At the same time, Dahnke says, few slaughter facilities are willing to process and package goats. All in all, it adds up to a stark financial picture—the USDA estimates that 91% of goat producers make less than a fourth of their income from farming.

The United States is 750,000 head deficient in meeting current demand for goat meat. Considering average herd size, that’s about 25,000 herds too few.

Supply-side challenges have been daunting enough to keep the market small. And that means, paradoxically, we don’t even produce enough goat meat to feed the Americans—primarily those of non-European ancestry—who do routinely eat it. “In order to meet the demand for goat meat in the United States today,” says Dahnke, “52 percent of the goat meat consumed is imported, primarily from Australia and New Zealand.”

These are interesting times in the goat world, as researchers and advocates look for ways to raise the animal’s profile in the marketplace. To call attention to the plight of male dairy goats, the online butcher Heritage Foods launched a “No Goat Left Behind” campaign with an annual Goatober, linking restaurants and butchers with dairy goat producers. Participating restaurants featured special goat meat dishes such as braised goat ragu, goat filled ravioli, goat buns, and goat curry.

In Georgia, researchers from Fort Valley State University worked with entrepreneurs David and Frances Martin to launch Gotcha Goat, a company that aims to help Georgia’s meat goat producers and processors fill rising demand for the meat. Anand Mohan, meat scientist with the University of Georgia College of Agriculture and Environmental Sciences, says: “Our goal is to make Americans aware of goat meat as a delicious option for dinner.”

Expanding on this, David Martin says: “Most Americans’ first experience with goat meat has likely been a curried goat dish served at an Indian or Jamaican restaurant. We want to expand peoples’ ideas about goats and get them to try it in other formats like a burger or ground in spaghetti, lasagna, tacos or goat jerk or sausage.”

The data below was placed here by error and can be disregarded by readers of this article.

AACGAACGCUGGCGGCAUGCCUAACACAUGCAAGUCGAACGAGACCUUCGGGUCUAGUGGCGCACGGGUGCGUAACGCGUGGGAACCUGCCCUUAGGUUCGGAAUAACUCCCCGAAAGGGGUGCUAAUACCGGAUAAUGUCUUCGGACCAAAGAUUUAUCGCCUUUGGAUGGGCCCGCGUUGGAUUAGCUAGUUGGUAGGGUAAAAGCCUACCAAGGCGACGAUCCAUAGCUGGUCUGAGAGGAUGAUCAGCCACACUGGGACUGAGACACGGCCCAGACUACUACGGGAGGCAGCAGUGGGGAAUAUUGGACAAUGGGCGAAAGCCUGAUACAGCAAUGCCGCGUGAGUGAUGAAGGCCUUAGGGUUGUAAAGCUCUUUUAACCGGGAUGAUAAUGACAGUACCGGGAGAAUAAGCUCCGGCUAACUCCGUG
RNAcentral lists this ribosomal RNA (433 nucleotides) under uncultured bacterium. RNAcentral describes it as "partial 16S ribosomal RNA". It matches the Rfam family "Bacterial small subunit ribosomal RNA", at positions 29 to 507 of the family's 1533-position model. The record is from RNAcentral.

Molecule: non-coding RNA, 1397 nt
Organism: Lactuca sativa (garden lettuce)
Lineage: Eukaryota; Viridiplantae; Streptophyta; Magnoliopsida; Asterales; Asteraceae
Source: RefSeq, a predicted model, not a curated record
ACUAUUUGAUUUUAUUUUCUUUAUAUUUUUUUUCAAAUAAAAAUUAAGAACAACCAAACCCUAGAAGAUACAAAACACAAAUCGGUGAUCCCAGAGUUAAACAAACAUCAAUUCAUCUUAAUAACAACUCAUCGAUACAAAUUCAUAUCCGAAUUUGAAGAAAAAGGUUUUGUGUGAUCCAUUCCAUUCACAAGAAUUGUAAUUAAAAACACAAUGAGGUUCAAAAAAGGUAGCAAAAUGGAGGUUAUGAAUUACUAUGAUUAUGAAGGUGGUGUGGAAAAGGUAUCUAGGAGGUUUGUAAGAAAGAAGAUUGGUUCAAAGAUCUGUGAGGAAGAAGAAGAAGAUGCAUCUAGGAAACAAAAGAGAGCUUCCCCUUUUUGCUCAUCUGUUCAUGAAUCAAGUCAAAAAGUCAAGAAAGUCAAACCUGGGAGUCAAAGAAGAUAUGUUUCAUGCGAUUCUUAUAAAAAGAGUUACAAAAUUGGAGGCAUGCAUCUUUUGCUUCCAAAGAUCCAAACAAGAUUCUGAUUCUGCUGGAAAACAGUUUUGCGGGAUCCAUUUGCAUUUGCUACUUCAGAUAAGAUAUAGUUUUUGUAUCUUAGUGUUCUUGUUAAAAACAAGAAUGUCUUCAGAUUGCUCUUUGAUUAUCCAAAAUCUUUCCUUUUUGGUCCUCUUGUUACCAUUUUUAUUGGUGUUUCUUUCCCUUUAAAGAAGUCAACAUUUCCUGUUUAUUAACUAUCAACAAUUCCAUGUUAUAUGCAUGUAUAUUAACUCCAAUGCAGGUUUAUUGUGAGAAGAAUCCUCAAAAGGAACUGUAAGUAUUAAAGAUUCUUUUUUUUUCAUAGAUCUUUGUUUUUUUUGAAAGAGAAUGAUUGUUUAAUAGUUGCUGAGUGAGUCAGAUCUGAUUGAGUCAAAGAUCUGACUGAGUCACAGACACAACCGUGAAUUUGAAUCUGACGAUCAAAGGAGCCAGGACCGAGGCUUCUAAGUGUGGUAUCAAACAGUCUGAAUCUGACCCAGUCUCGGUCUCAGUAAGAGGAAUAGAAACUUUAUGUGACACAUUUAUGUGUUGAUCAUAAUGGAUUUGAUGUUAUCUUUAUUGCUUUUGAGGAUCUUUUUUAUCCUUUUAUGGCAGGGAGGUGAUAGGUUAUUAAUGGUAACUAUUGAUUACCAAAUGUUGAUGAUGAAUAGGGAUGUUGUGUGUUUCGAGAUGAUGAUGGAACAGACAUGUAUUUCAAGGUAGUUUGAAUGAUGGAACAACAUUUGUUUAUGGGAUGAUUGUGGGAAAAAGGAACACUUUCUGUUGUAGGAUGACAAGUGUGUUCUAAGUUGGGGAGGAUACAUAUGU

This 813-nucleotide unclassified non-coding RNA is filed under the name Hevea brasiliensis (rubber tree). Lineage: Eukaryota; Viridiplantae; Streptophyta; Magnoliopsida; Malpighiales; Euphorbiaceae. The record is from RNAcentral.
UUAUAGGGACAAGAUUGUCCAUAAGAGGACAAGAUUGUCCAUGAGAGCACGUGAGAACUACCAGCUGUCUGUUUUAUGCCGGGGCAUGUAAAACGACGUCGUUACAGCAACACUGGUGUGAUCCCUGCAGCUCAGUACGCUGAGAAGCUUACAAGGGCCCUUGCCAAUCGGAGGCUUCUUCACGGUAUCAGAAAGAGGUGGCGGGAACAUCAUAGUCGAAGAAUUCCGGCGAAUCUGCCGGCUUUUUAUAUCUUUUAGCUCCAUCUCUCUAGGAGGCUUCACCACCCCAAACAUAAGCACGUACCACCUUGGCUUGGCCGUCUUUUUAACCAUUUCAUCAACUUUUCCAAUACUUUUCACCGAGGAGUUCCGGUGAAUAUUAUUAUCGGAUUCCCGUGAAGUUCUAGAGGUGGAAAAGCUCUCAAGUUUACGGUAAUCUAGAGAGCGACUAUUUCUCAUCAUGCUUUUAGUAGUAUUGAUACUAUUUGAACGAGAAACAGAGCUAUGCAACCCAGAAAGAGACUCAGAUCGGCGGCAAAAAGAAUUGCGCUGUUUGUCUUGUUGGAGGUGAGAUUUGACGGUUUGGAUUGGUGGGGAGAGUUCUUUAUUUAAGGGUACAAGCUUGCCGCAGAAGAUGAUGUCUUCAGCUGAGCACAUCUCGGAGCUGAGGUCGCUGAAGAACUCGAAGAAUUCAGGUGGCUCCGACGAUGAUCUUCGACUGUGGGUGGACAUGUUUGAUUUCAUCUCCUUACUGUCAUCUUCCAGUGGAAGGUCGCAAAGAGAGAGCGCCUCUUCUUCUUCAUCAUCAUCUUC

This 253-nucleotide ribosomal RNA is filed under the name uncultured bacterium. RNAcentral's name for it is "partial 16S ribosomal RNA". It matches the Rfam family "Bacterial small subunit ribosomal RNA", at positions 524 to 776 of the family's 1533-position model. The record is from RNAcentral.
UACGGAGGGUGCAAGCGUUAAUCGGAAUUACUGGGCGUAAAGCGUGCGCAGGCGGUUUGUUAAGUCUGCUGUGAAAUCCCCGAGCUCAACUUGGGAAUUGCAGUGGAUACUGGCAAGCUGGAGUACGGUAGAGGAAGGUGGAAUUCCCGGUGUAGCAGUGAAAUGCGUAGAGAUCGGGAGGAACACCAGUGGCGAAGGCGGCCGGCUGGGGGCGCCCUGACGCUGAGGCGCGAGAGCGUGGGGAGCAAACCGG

Until recently, most goats consumed domestically were dairy goats. But as the demand for goat meat grows, farmers are raising goats specifically for their meat, breeding for a heavier muscle mass than typical dairy breeds. The most popular are Spanish meat goats, which are not purebred but a cross between native Texas or Spanish goats and Nubians, dairy goats that are also good meat goats. These so-called native goats were originally brought into the southern United States by Spanish invaders, hence their name. In 1993, the Boer goat, a South African breed was introduced into the United States. It matures faster than dairy goats and therefore is more economical to produce and has haunches that contain almost twice as much meat as those of the Spanish goat.

Will new breeds help close the goat gap? Maybe. But one thing’s certain: if producers can solve the supply-side challenges, the demand is there. Though it’s still a fractured market. Besides, unlike other livestock producers, goat farmers don’t have to worry about competition from industrial agriculture. “With the average herd size only thirty head, goats lend themselves very well to small-scale farm operations,” Dahnke says. Big Goat? Not likely.

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Jan Greenberg is the author of Hudson Valley Harvest: A Food Lovers Guide to Farms, Restaurant and Open-Air Markets. Publications include Virtuoso Life, Food Arts, National Culinary Review, Edible Manhattan, Gastronomica, and Among her awards is the Association of Food Journalists “Best Food Feature in a Magazine."